Local organizations find solutions
By Ruth Bayang
NORTHWEST ASIAN WEEKLY
Incomes for Asian Americans and Pacific Islanders (AAPIs) have failed to keep up with the rising cost of rents and home prices, according to a report, “Our Neighborhoods: Asian American and Pacific Islander Anti-Displacement Strategies,” released May 11.
The report surveyed 15 AAPI and Native Hawaiian neighborhoods across eight states, including Washington, and the District of Columbia. Compiled by the National Coalition for Asian Pacific American Community Development (CAPACD) and the Council for Native Hawaiian Advancement, the report found that in Seattle, from 2000-2014, the median gross rent has increased 34 percent and the median home value has risen 79 percent.
Seattle was one of this report’s selected Metropolitan Statistical Areas (MSAs), which are home to the largest populations of AAPI families. Most of these cities are “hot markets” where demand exceeds supply and home prices rise almost three times as fast as incomes, according to census data, leading to displacement and overcrowding of thousands of families across the country.
Rising rents, along with a surge of market-rate development replacing older affordable buildings, and an influx of refugees with limited access to quality housing, have made it difficult for the most vulnerable and low-income populations to find housing.
In the Chinatown-International District (C-ID), 25 percent of its residents are seniors, 34 percent live in poverty, and many speak limited or no English. It is adjacent to downtown Seattle, where land values average $4 million per parcel and $250 per square foot, making it costly to acquire land to develop housing.
This report also highlighted the innovative strategies used by local community-based organizations across the country to deal with displacement and rising housing costs in AAPI communities.
Seattle declared a State of Emergency for the homelessness crisis in November 2015, failing to meet its 10-year goal to end chronic homelessness because of its rapid growth.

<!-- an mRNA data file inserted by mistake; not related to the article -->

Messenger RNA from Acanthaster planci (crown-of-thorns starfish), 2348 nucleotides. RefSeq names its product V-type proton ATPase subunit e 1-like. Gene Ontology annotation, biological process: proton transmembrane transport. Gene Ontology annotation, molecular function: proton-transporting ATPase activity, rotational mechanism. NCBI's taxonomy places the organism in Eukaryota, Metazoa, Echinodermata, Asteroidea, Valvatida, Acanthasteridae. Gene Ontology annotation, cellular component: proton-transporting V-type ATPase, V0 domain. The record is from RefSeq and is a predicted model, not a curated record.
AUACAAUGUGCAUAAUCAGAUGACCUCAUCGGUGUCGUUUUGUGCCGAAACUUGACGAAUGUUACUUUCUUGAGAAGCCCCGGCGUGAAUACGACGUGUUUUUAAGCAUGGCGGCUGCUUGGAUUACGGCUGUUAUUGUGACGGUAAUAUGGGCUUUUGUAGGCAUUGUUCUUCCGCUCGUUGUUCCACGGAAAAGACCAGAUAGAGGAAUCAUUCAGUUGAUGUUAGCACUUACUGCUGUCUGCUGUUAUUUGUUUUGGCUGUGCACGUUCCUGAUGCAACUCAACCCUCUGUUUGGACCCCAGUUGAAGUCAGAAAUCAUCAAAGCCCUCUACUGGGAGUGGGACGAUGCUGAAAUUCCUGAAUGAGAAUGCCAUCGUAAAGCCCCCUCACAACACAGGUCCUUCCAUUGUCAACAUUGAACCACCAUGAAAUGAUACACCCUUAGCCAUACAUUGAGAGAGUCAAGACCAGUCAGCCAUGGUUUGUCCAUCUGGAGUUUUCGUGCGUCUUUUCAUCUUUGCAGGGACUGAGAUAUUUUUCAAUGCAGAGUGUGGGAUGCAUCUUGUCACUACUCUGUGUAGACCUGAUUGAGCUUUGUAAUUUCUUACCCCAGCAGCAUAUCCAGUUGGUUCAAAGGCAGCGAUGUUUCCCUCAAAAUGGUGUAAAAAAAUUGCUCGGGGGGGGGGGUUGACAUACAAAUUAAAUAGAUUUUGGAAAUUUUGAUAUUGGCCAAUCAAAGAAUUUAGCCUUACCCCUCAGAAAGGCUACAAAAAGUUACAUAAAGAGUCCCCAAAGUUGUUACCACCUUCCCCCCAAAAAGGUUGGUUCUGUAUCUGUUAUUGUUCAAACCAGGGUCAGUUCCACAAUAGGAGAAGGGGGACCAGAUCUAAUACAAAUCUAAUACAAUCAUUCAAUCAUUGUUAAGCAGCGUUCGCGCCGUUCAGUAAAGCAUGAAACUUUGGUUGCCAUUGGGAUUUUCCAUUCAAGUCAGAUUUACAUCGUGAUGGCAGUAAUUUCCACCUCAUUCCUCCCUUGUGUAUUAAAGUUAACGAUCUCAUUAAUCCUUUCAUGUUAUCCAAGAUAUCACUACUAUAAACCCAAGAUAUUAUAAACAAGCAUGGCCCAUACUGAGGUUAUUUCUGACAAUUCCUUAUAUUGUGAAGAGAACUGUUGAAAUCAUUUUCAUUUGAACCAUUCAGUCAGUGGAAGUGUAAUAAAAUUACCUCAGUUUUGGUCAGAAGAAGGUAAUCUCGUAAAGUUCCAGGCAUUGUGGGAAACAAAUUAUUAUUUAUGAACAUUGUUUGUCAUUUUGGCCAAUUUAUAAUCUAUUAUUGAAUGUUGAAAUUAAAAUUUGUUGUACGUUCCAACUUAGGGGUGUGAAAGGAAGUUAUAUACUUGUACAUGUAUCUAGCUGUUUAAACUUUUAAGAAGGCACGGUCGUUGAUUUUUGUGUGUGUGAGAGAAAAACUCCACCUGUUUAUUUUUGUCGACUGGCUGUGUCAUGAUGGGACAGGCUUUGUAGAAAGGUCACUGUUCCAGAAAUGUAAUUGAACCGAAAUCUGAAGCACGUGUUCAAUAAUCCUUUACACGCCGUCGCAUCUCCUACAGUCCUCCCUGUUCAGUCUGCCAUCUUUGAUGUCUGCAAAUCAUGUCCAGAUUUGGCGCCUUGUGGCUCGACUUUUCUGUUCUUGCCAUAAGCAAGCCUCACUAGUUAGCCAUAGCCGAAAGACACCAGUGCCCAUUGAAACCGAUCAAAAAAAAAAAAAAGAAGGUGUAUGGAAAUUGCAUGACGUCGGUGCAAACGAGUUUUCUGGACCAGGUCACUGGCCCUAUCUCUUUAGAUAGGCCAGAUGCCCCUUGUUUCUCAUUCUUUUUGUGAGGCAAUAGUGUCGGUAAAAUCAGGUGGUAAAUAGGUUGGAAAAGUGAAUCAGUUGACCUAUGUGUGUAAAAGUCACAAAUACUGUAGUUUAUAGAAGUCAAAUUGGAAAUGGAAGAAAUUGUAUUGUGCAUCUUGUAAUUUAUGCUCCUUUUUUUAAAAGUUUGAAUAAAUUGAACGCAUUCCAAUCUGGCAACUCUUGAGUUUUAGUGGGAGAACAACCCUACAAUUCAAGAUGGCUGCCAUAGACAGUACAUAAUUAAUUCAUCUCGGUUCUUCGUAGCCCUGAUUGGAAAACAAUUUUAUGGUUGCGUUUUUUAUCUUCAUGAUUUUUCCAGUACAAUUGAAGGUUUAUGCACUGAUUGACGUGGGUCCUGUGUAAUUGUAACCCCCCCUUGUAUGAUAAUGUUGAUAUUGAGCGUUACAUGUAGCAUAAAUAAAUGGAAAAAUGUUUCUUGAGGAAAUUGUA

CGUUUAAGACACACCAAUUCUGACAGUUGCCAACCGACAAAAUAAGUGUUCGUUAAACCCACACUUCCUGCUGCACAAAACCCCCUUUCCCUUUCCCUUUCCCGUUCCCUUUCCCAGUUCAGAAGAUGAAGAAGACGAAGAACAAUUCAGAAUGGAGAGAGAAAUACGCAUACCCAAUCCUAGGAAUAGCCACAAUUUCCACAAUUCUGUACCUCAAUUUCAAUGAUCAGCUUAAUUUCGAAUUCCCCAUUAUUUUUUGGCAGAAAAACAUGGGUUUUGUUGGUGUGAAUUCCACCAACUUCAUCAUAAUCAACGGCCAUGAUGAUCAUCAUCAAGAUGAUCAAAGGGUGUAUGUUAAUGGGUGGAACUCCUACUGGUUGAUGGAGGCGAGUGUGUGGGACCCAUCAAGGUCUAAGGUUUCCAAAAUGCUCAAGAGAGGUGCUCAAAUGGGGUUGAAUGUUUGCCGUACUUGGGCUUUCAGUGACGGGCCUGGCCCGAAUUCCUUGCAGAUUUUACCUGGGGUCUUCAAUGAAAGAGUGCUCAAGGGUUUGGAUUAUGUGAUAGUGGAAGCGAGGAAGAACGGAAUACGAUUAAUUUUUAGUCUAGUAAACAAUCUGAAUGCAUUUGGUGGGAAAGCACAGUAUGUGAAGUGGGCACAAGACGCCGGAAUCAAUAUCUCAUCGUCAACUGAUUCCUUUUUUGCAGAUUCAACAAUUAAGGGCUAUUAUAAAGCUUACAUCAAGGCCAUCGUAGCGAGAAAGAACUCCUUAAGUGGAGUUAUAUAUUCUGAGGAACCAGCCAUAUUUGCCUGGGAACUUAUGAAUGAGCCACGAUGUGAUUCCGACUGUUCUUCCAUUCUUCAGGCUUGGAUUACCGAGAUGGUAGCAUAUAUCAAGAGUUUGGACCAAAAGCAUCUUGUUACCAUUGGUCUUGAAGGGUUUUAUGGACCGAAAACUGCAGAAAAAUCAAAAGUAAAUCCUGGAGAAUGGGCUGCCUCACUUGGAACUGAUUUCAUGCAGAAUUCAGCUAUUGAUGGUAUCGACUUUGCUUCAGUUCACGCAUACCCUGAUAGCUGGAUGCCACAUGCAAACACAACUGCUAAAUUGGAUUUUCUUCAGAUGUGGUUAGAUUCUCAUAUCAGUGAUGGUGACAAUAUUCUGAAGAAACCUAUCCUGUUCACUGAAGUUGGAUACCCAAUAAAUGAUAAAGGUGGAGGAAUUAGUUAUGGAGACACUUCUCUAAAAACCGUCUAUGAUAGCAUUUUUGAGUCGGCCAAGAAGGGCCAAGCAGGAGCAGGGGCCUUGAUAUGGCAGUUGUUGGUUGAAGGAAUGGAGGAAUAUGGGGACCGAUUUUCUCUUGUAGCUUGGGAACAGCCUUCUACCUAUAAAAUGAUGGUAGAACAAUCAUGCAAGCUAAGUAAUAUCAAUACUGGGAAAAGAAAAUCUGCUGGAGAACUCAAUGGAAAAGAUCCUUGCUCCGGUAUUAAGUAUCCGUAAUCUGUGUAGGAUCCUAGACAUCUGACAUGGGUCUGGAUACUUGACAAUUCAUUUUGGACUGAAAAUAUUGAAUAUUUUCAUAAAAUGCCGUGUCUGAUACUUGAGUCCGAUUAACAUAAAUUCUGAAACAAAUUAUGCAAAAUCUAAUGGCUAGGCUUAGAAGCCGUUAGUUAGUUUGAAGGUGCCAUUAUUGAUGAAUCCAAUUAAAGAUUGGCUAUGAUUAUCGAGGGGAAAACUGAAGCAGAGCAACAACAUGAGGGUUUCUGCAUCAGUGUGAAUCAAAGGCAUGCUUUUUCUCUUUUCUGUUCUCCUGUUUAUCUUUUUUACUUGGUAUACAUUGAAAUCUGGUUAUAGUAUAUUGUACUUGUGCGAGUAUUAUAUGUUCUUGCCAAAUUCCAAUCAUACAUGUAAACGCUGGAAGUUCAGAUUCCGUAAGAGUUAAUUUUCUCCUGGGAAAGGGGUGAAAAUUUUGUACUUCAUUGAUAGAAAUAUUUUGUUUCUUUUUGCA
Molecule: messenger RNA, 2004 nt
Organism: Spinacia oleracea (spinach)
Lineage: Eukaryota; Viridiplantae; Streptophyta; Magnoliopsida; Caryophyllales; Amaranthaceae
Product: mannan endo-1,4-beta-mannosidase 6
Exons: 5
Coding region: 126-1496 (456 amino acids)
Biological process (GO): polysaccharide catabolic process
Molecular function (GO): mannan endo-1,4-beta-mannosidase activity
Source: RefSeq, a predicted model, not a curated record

With five buildings, InterIm CDA provides permanent affordable housing to over 700 low-income residents in the C-ID. It also provides resources for financial assistance for rent, utilities, move-in costs, furniture and household furnishings, and an array of other services.
“Our Homelessness Prevention Program is helping [the AAPI] population not fall between the cracks, not find themselves living in the streets, either on their own or with their families,” said Pradeepta Upadhyay, executive director of InterIm. “As this report highlights, we see Chinatowns and communities of color across the country shrinking down to a couple blocks, a couple restaurants, and no affordable housing.”
Counselors at InterIm also work with refugee communities in substandard housing or without homes to access quality housing, while facing reductions in federal assistance.
In 1970, the City of Seattle created eight Historic Preservation Districts, and the C-ID is one of the districts where historical physical structures are preserved and regulated through a citizens’ board. The Seattle Chinatown International District Preservation and Development Authority (SCIDpda) was created to implement tools for historic preservation and future development. Original neighborhood commercial zoning had set height limits in the C-ID at 85 feet, which SCIDpda advocated to maintain in 2008. This has kept skyscrapers right at the downtown boundary line.
The SCIDpda, along with InterIm, worked with the CAPACD in the last year to collect data and stories, and proposed recommendations for national anti-displacement policies to help protect and preserve AAPI communities.
“This report is a great platform for bringing together other low income and people of color communities … to ensure these vulnerable populations can remain in their communities,” said Ching Chan of the SCIDpda. “As Seattle is quickly becoming the next San Francisco … we are at a critical time to push for implementation of these strategies at both local and federal levels.”
In Seattle, a 7-year, $145 million property tax was levied to finance 12,500 affordable apartments for low-income and formerly homeless families, rental assistance to 6,500 households, and homeownership assistance to 800 first-time home buyers. The City is currently seeking to renew the levy at an increased level of $290 million.
Also, owners have property taxes exempted for 12 years if they include 20 percent low-income units in their developments. To date, this program has created approximately 5,000 affordable homes.
“We offer these strategies as a beacon of hope when the power of profit-driven development appears insurmountable,” Lisa Hasegawa, executive director of National CAPACD, said in a statement.
“Our intent is to link together these local efforts to generate a national conversation and to leverage our collective wisdom to shape policies across the country.”
Ruth Bayang can be reached at email@example.com.